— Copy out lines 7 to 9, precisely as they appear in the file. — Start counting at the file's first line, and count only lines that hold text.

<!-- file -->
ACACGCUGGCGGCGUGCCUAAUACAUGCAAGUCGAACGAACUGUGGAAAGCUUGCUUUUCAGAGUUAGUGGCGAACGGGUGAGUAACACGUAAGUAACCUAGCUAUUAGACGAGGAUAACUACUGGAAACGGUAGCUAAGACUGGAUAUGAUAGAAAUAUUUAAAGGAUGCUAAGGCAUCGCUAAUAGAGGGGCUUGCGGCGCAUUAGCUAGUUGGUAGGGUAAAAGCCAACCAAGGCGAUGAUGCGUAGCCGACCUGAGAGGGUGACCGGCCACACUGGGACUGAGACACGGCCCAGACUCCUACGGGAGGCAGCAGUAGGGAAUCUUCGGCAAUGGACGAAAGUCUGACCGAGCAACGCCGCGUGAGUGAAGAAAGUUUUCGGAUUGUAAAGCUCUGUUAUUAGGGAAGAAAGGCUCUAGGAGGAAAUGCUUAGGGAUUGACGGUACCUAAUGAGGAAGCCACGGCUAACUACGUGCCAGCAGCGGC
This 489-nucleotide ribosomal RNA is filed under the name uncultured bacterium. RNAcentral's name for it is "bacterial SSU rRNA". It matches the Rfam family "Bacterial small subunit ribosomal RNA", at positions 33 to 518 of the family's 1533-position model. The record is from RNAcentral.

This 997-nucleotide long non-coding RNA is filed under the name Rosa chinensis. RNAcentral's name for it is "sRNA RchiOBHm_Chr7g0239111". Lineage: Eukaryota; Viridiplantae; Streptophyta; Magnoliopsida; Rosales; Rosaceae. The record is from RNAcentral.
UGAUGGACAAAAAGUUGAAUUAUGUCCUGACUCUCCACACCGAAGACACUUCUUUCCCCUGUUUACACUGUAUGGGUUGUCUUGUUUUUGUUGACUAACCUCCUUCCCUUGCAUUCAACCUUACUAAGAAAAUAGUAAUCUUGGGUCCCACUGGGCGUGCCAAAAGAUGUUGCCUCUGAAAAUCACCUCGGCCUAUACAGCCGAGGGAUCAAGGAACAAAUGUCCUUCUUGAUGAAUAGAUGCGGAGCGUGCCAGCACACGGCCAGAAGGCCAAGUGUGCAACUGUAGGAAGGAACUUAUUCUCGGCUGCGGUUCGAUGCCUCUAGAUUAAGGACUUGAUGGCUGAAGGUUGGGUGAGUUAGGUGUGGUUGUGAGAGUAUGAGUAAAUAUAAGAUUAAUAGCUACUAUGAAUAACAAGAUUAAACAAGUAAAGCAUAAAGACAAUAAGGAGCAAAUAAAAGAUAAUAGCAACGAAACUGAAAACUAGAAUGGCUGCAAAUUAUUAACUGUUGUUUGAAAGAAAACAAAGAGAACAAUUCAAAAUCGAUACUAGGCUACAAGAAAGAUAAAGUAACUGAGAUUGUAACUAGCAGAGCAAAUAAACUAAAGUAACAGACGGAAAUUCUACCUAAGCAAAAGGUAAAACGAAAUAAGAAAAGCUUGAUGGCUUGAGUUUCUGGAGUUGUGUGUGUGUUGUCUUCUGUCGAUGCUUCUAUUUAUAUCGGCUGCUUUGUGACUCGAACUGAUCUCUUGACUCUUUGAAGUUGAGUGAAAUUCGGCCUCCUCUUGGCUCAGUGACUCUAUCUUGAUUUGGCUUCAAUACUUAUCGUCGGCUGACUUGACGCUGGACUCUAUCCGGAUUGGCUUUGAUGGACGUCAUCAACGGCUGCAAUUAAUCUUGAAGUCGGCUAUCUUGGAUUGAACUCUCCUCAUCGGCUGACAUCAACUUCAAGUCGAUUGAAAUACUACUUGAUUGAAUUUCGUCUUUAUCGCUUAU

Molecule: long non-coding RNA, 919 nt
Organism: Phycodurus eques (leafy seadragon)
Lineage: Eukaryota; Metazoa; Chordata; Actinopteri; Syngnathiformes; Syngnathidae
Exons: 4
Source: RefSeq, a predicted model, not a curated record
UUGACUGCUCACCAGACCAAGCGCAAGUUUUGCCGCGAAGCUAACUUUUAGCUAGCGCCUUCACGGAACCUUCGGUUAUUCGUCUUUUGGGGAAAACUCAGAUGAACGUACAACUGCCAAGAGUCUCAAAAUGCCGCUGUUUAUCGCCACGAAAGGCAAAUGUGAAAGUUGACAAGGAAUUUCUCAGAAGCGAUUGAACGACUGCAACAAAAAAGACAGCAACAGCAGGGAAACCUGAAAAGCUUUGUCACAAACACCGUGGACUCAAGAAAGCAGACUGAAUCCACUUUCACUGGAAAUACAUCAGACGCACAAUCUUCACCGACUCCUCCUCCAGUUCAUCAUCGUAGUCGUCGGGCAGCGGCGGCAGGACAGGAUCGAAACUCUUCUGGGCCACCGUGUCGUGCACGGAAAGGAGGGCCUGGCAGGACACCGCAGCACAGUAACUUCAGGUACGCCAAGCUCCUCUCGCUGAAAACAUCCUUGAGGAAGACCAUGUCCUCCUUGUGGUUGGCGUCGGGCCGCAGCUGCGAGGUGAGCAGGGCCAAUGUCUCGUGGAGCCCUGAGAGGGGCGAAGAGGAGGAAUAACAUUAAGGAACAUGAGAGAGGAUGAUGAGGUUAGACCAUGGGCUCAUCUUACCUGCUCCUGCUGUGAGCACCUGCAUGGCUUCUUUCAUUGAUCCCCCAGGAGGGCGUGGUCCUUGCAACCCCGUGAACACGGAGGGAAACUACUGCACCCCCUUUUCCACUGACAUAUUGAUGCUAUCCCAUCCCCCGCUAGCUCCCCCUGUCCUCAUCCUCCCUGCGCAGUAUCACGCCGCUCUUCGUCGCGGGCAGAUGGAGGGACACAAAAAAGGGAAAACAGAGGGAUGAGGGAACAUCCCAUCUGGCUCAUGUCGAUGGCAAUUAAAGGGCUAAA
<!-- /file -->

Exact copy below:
Lineage: Eukaryota; Metazoa; Chordata; Actinopteri; Syngnathiformes; Syngnathidae
Exons: 4
Source: RefSeq, a predicted model, not a curated record